Home News Building and housing South Island inspection woes

June 2022

South Island inspection woes

23 May 2022, Building and housing, News

Inspection wait times have more than doubled in the South Island’s boom areas, plaguing building firms and delaying project completion

Christchurch City Council’s current inspection wait time is 33 working days, which has ballooned from 2019’s average of two or three days.

The situation is a little better in Dunedin, which has a waitlist of 10 days – still more than double its 2019 average of four days.

Deciding who to blame depends on who you ask.

Councils reason that a dramatic increase in housing consents is the main contributing factor, though some tradies think a tangled inspection regime does more harm than good.

A third factor, pinpointed by New Zealand Institute of Building Surveyors vice-president Darryl August in an interview with RNZ, is a vicious cycle of poor-quality builds and the burden that places back on the system.

“Passes and fails are probably a big driving factor in New Zealand because we still have a huge number of building companies and builders that are not building to the appropriate standard they should be.”

He added that failed inspections would have to be rebooked, which placed pressure back on the system.

Pressure to build quickly

Regions across New Zealand experienced a huge increase in the number of homes consented in 2021, compared to 2020.

In Canterbury, the number of consents issued over the year increased from 5,896 to 7,714, while Otago went from 1,979 to 2,341. Nationwide, consents were up 24% compared to the year ended 2020, going from 39,420 to 48,899.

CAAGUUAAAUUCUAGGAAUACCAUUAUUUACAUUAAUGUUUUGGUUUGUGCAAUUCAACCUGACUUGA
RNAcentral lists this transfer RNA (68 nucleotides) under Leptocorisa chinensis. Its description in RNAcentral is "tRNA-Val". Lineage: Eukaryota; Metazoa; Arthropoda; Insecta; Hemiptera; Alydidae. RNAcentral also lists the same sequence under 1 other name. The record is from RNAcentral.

More building projects mean more inspections are required – a task which councils are struggling to complete. Most sites require between 11-15 inspections before final sign-off.

However, the same inspection delays aren’t being felt in New Zealand’s biggest North Island cities, despite Auckland and Wellington also consenting more homes in 2021 than 2020.

This has been put down to pauses in projects due to material shortages allowing time to play catch up, and/or generally good luck with fewer staff off sick due to Covid.

Longer wait times cost money

Registered Master Builders chief executive David Kelly told RNZ longer wait times place increased costs on the shoulders of builders, who need to foot the bill for holding costs and the rising cost of materials.

“There are very severe cashflow problems in the industry right now and this is making it worse,” said Kelly “…this is when builders go broke.”

Clearing the backlog isn’t going to be an easy process, but for frustrated South Island builders counting the damage being caused, it’s an essential one.


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